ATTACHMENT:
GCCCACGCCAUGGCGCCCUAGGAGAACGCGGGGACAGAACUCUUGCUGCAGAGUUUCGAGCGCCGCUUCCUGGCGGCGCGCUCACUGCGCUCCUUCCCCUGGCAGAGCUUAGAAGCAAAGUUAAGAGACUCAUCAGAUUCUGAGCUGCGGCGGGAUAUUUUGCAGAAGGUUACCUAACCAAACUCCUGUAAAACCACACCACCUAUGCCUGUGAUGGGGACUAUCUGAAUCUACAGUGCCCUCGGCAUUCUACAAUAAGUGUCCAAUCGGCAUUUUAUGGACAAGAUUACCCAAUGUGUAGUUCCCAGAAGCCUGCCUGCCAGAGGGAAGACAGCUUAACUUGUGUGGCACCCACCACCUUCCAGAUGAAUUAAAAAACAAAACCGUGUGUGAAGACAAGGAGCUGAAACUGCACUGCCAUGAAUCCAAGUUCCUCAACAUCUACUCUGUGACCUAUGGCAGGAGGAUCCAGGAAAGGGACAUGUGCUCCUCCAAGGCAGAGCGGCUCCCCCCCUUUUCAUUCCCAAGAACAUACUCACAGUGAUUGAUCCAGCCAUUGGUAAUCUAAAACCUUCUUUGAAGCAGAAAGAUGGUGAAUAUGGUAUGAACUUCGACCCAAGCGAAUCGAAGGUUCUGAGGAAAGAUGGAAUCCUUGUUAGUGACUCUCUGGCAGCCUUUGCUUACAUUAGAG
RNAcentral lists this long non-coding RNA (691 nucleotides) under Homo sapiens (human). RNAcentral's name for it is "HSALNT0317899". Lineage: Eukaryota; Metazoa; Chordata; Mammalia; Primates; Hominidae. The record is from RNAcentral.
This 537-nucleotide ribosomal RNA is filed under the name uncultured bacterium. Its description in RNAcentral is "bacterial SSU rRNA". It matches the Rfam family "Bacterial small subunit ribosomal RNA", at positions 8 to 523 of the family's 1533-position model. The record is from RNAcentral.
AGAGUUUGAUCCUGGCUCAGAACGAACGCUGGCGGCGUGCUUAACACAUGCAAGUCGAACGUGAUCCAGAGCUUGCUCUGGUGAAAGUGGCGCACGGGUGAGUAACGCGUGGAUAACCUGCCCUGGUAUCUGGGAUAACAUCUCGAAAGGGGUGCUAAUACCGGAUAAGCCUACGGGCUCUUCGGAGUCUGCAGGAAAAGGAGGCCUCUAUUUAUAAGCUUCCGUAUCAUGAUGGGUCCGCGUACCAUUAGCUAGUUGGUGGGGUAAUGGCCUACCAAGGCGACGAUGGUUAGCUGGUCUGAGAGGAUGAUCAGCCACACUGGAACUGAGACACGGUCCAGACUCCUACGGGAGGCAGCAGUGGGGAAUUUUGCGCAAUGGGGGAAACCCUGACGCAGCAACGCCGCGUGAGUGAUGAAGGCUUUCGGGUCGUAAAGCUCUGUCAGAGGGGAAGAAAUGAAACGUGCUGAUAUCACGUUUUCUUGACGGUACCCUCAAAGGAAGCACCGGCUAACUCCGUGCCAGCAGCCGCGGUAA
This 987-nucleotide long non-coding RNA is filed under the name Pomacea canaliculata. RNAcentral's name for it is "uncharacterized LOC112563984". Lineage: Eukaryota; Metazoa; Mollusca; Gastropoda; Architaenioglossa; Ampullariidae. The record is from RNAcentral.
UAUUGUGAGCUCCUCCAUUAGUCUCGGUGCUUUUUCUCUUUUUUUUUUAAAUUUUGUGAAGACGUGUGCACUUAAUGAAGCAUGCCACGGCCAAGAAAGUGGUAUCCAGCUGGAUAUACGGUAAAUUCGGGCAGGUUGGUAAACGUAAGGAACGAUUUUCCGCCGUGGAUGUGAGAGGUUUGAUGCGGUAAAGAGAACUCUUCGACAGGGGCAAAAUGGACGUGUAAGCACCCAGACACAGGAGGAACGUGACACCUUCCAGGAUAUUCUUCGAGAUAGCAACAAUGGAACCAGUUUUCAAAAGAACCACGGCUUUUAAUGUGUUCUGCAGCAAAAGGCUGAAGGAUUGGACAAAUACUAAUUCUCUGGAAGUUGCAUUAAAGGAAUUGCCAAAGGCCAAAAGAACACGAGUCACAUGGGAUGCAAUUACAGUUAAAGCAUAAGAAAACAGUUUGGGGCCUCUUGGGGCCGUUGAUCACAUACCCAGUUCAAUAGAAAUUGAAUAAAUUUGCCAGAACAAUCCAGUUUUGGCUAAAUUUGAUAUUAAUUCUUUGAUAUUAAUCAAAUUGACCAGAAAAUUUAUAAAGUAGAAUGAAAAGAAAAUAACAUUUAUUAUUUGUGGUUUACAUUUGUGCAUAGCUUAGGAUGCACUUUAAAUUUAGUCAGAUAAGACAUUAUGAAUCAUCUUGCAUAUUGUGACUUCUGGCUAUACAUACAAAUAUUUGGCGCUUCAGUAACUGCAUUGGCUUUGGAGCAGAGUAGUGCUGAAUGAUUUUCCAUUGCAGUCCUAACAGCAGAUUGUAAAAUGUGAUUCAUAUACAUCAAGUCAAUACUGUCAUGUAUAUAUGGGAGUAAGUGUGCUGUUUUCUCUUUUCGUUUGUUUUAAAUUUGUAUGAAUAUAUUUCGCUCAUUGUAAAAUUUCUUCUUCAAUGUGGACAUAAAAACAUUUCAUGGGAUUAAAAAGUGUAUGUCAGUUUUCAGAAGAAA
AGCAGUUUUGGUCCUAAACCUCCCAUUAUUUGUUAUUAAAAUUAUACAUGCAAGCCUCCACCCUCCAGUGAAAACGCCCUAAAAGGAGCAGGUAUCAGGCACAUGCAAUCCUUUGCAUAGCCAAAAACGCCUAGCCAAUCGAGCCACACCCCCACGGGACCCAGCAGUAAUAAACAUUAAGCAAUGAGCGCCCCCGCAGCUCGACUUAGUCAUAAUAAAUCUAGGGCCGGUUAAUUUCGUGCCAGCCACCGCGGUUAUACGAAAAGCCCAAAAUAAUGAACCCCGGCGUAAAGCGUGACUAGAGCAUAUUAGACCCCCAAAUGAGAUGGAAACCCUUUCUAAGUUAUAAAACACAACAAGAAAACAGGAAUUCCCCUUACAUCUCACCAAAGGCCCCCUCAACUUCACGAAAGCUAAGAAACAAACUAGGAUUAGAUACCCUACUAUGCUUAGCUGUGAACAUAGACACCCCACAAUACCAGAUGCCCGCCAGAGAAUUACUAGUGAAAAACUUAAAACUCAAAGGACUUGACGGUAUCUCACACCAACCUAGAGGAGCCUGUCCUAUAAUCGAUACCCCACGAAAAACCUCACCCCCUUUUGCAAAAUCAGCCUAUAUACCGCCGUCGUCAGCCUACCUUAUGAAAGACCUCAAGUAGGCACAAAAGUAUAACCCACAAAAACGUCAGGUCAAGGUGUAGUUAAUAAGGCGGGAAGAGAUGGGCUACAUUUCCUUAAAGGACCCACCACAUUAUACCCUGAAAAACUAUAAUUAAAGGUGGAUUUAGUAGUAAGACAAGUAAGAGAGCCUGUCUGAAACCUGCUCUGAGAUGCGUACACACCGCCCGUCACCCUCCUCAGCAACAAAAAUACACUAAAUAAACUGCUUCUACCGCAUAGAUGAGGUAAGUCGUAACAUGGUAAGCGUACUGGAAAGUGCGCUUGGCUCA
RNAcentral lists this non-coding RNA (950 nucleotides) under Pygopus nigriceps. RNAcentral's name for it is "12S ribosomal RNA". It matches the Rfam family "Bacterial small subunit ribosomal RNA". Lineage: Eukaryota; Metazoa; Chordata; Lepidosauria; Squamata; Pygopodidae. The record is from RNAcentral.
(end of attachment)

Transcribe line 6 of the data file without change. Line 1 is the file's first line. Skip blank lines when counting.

UAUUGUGAGCUCCUCCAUUAGUCUCGGUGCUUUUUCUCUUUUUUUUUUAAAUUUUGUGAAGACGUGUGCACUUAAUGAAGCAUGCCACGGCCAAGAAAGUGGUAUCCAGCUGGAUAUACGGUAAAUUCGGGCAGGUUGGUAAACGUAAGGAACGAUUUUCCGCCGUGGAUGUGAGAGGUUUGAUGCGGUAAAGAGAACUCUUCGACAGGGGCAAAAUGGACGUGUAAGCACCCAGACACAGGAGGAACGUGACACCUUCCAGGAUAUUCUUCGAGAUAGCAACAAUGGAACCAGUUUUCAAAAGAACCACGGCUUUUAAUGUGUUCUGCAGCAAAAGGCUGAAGGAUUGGACAAAUACUAAUUCUCUGGAAGUUGCAUUAAAGGAAUUGCCAAAGGCCAAAAGAACACGAGUCACAUGGGAUGCAAUUACAGUUAAAGCAUAAGAAAACAGUUUGGGGCCUCUUGGGGCCGUUGAUCACAUACCCAGUUCAAUAGAAAUUGAAUAAAUUUGCCAGAACAAUCCAGUUUUGGCUAAAUUUGAUAUUAAUUCUUUGAUAUUAAUCAAAUUGACCAGAAAAUUUAUAAAGUAGAAUGAAAAGAAAAUAACAUUUAUUAUUUGUGGUUUACAUUUGUGCAUAGCUUAGGAUGCACUUUAAAUUUAGUCAGAUAAGACAUUAUGAAUCAUCUUGCAUAUUGUGACUUCUGGCUAUACAUACAAAUAUUUGGCGCUUCAGUAACUGCAUUGGCUUUGGAGCAGAGUAGUGCUGAAUGAUUUUCCAUUGCAGUCCUAACAGCAGAUUGUAAAAUGUGAUUCAUAUACAUCAAGUCAAUACUGUCAUGUAUAUAUGGGAGUAAGUGUGCUGUUUUCUCUUUUCGUUUGUUUUAAAUUUGUAUGAAUAUAUUUCGCUCAUUGUAAAAUUUCUUCUUCAAUGUGGACAUAAAAACAUUUCAUGGGAUUAAAAAGUGUAUGUCAGUUUUCAGAAGAAA